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View Full Version : Multiple Fresh air returns, high and low ones.



lionfoxx
Jun 28, 2005, 08:51 PM
Each bed room in my house has heating vents on floor, 2 rooms have 2 and 2 rooms have 2, but each room has return air vents , 2 each in each room, one off the floor about a foot and the other about a foot off the ceiling.

I notice when painting and removing that someone had taped certain ones closed to block the return.

I was told that I should spend the money and not get the basic open vent ones, but to go the little extra to get the ones you can turn off and off with the flip lever. The guy said that this way you can open the top to suck off hot it in the summer and close it in the winter and open the bottom to suck in cooler air, etc. This is suppose to help heat and cool the house better. I can understand the concept but is this a good idea or will it make the furnace or AC work harder?

Hot air off the top with bottom one closed in the summer, and top one closed in the winter with bottom one open to get the cold air after the heat has rose up from the heating vent.

Any method to this maddness or do they not work that way?

Flickit
Jun 29, 2005, 05:18 AM
Each bed room in my house has heating vents on floor, 2 rooms have 2 and 2 rooms have 2, but each room has return air vents , 2 each in each room, one off the floor about a foot and the other about a foot off the ceiling.

I notice when painting and removing that someone had taped certain ones closed to block the return.

I was told that I should spend the money and not get the basic open vent ones, but to go the little extra to get the ones you can turn off and off with the flip lever. The guy said that this way you can open the top to suck off hot it in the summer and close it in the winter and open the bottom to suck in cooler air, etc. This is suppose to help heat and cool the house better. I can understand the concept but is this a good idea or will it make the furnace or AC work harder?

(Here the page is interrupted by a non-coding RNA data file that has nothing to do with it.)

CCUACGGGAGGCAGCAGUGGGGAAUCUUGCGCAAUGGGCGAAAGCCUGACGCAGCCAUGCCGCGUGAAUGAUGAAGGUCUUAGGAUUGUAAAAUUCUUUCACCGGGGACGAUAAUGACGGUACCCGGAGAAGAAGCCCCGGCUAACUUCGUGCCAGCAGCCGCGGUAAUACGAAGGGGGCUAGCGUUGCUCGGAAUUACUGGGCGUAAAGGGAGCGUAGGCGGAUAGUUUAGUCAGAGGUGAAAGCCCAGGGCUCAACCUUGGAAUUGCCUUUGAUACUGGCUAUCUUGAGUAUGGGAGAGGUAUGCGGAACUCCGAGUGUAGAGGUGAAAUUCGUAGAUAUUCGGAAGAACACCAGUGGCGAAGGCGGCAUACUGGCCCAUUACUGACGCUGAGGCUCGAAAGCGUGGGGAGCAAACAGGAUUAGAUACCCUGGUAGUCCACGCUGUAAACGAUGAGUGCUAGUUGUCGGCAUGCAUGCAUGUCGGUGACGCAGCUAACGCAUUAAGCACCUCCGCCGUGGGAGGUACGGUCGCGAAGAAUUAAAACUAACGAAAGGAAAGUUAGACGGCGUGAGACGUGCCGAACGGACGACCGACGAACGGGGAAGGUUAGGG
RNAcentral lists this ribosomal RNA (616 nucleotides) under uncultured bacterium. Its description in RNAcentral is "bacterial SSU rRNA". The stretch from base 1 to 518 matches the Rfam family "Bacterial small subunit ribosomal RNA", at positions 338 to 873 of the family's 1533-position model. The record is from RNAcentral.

Hot air off the top with bottom one closed in the summer, and top one closed in the winter with bottom one open to get the cold air after the heat has rose up from the heating vent.

Any method to this maddness or do they not work that way?
... a logical placement of the returns but will be a problem if by closing one of the returns the design minimum volume is violated. The system will work harder if this is the case. Can you check in the crawl space to see if the 2 units/room are joined (T) before returning to the A/C?

lionfoxx
Jun 29, 2005, 05:32 AM
...a logical placement of the returns but will be a problem if by closing one of the returns the design minimum volume is violated. The system will work harder if this is the case. Can you check in the crawl space to see if the 2 units/room are joined (T) before returning to the A/C?


Yes I believe they are connected, My dad had the same concern if it would make the furnace work harder?

labman
Jun 29, 2005, 06:38 AM
The system has worked with some of the vents taped over. Changing over to a system of opening and closing them, shouldn't make much difference. A blower actually does less work with a more restrictive intake. The more restrictive the intake, the lower pressure the squirrel cage turns in, using less power. A more efficient air flow should require the system to run less saving both money and wear.

I think if you check, you may find the studs and drywall form the duct in the room wall, and it just has 2 holes in the same wall cavity.

lionfoxx
Jun 29, 2005, 09:06 AM